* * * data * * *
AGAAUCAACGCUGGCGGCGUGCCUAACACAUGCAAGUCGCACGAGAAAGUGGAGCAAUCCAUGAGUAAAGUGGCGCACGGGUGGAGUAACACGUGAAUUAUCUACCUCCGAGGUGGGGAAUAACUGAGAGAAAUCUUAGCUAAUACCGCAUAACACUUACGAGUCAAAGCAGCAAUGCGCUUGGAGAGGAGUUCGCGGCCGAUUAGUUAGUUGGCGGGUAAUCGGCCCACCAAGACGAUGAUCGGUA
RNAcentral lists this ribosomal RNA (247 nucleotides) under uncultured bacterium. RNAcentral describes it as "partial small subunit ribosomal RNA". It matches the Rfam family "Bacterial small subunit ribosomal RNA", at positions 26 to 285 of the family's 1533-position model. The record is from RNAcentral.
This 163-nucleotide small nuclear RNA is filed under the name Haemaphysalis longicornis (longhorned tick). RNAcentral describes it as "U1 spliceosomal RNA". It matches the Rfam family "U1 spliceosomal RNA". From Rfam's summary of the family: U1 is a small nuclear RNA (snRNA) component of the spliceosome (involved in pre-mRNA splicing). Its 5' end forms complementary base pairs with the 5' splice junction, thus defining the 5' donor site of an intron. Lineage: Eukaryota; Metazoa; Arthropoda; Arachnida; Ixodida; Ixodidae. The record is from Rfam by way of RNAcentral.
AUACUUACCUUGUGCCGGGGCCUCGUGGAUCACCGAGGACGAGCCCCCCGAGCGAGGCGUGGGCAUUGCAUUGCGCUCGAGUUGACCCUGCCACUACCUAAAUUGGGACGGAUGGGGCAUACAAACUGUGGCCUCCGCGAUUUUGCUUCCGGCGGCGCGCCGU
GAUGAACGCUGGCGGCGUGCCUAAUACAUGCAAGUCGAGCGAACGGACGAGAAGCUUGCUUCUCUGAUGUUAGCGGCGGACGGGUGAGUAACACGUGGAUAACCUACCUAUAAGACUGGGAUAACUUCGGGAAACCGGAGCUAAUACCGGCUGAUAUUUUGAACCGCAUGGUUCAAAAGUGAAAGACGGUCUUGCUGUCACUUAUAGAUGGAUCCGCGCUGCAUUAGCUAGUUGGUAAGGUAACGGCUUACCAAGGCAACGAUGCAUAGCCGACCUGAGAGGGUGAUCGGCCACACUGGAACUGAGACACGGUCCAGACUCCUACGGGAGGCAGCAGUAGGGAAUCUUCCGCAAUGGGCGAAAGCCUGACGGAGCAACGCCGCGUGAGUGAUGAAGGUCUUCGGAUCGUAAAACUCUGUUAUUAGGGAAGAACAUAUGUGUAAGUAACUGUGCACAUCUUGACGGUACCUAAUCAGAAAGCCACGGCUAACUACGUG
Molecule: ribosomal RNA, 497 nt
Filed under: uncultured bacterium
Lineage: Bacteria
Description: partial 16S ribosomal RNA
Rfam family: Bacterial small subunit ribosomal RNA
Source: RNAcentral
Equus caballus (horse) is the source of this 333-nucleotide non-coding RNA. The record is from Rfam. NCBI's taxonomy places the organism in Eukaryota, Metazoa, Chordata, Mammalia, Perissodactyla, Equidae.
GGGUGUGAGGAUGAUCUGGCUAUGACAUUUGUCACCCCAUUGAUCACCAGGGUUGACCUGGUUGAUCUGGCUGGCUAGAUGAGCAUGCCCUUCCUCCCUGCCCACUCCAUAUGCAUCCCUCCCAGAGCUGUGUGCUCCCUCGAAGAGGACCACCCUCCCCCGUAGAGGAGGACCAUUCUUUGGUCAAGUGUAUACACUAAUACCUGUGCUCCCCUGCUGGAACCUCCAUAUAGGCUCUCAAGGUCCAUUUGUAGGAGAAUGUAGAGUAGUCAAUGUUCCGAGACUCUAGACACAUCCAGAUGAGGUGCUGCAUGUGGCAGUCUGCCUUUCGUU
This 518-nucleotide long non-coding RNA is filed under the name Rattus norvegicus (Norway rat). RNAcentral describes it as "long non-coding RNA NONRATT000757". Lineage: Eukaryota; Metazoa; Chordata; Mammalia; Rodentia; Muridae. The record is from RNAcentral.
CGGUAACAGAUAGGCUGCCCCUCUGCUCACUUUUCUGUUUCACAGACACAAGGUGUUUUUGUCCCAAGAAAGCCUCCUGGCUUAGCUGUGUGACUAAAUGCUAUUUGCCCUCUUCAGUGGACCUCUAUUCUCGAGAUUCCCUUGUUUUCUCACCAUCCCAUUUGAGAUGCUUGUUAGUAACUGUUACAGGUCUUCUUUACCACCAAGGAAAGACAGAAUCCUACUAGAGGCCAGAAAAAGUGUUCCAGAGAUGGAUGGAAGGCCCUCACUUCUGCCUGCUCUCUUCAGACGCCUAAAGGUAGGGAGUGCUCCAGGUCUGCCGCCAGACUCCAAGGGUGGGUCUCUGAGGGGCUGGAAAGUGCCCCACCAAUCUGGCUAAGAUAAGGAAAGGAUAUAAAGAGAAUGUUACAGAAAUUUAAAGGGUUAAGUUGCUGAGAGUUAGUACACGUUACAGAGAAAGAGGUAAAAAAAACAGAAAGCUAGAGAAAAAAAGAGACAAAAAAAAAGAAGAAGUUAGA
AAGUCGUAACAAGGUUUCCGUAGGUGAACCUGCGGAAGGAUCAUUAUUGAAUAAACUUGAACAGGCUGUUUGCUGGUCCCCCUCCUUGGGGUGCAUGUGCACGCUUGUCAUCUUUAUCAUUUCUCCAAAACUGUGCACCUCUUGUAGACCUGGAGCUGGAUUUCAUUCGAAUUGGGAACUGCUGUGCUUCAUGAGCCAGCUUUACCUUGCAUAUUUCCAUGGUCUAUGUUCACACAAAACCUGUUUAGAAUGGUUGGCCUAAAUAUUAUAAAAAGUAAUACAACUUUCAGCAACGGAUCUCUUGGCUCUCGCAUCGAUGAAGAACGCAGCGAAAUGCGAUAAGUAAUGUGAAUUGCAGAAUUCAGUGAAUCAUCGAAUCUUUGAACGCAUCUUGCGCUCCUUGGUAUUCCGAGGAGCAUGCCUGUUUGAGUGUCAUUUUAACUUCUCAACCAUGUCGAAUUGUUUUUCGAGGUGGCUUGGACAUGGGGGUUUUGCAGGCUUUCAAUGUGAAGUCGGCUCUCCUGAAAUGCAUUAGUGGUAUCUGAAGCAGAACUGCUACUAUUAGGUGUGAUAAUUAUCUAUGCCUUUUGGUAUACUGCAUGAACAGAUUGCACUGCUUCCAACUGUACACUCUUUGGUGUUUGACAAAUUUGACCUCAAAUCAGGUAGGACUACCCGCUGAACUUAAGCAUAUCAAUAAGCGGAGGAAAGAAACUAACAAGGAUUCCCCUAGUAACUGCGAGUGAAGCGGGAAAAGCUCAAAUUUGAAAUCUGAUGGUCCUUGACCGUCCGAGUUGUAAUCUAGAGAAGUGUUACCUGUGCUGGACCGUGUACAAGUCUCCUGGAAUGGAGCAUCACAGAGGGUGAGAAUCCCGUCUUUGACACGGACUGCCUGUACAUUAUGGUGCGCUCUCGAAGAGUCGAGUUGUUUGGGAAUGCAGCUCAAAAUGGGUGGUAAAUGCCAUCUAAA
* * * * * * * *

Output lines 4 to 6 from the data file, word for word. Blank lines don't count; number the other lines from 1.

AUACUUACCUUGUGCCGGGGCCUCGUGGAUCACCGAGGACGAGCCCCCCGAGCGAGGCGUGGGCAUUGCAUUGCGCUCGAGUUGACCCUGCCACUACCUAAAUUGGGACGGAUGGGGCAUACAAACUGUGGCCUCCGCGAUUUUGCUUCCGGCGGCGCGCCGU
GAUGAACGCUGGCGGCGUGCCUAAUACAUGCAAGUCGAGCGAACGGACGAGAAGCUUGCUUCUCUGAUGUUAGCGGCGGACGGGUGAGUAACACGUGGAUAACCUACCUAUAAGACUGGGAUAACUUCGGGAAACCGGAGCUAAUACCGGCUGAUAUUUUGAACCGCAUGGUUCAAAAGUGAAAGACGGUCUUGCUGUCACUUAUAGAUGGAUCCGCGCUGCAUUAGCUAGUUGGUAAGGUAACGGCUUACCAAGGCAACGAUGCAUAGCCGACCUGAGAGGGUGAUCGGCCACACUGGAACUGAGACACGGUCCAGACUCCUACGGGAGGCAGCAGUAGGGAAUCUUCCGCAAUGGGCGAAAGCCUGACGGAGCAACGCCGCGUGAGUGAUGAAGGUCUUCGGAUCGUAAAACUCUGUUAUUAGGGAAGAACAUAUGUGUAAGUAACUGUGCACAUCUUGACGGUACCUAAUCAGAAAGCCACGGCUAACUACGUG
Molecule: ribosomal RNA, 497 nt